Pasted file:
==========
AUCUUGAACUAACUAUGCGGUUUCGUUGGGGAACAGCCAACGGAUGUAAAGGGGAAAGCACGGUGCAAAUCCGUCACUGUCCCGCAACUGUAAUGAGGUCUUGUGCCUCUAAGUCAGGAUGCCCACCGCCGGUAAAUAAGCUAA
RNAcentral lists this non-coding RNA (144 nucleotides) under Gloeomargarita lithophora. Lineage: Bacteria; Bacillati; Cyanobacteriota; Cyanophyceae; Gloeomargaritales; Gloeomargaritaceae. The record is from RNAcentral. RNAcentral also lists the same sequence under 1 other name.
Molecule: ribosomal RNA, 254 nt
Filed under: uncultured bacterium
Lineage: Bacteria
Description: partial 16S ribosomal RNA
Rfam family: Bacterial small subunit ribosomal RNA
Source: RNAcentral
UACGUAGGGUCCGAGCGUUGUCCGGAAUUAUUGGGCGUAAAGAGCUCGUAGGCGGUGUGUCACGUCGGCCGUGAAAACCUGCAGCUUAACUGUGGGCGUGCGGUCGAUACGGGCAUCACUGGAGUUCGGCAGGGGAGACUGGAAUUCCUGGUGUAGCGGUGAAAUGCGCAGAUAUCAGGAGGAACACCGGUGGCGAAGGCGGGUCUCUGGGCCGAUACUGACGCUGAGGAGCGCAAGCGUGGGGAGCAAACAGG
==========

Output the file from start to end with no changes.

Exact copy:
AUCUUGAACUAACUAUGCGGUUUCGUUGGGGAACAGCCAACGGAUGUAAAGGGGAAAGCACGGUGCAAAUCCGUCACUGUCCCGCAACUGUAAUGAGGUCUUGUGCCUCUAAGUCAGGAUGCCCACCGCCGGUAAAUAAGCUAA
RNAcentral lists this non-coding RNA (144 nucleotides) under Gloeomargarita lithophora. Lineage: Bacteria; Bacillati; Cyanobacteriota; Cyanophyceae; Gloeomargaritales; Gloeomargaritaceae. The record is from RNAcentral. RNAcentral also lists the same sequence under 1 other name.
Molecule: ribosomal RNA, 254 nt
Filed under: uncultured bacterium
Lineage: Bacteria
Description: partial 16S ribosomal RNA
Rfam family: Bacterial small subunit ribosomal RNA
Source: RNAcentral
UACGUAGGGUCCGAGCGUUGUCCGGAAUUAUUGGGCGUAAAGAGCUCGUAGGCGGUGUGUCACGUCGGCCGUGAAAACCUGCAGCUUAACUGUGGGCGUGCGGUCGAUACGGGCAUCACUGGAGUUCGGCAGGGGAGACUGGAAUUCCUGGUGUAGCGGUGAAAUGCGCAGAUAUCAGGAGGAACACCGGUGGCGAAGGCGGGUCUCUGGGCCGAUACUGACGCUGAGGAGCGCAAGCGUGGGGAGCAAACAGG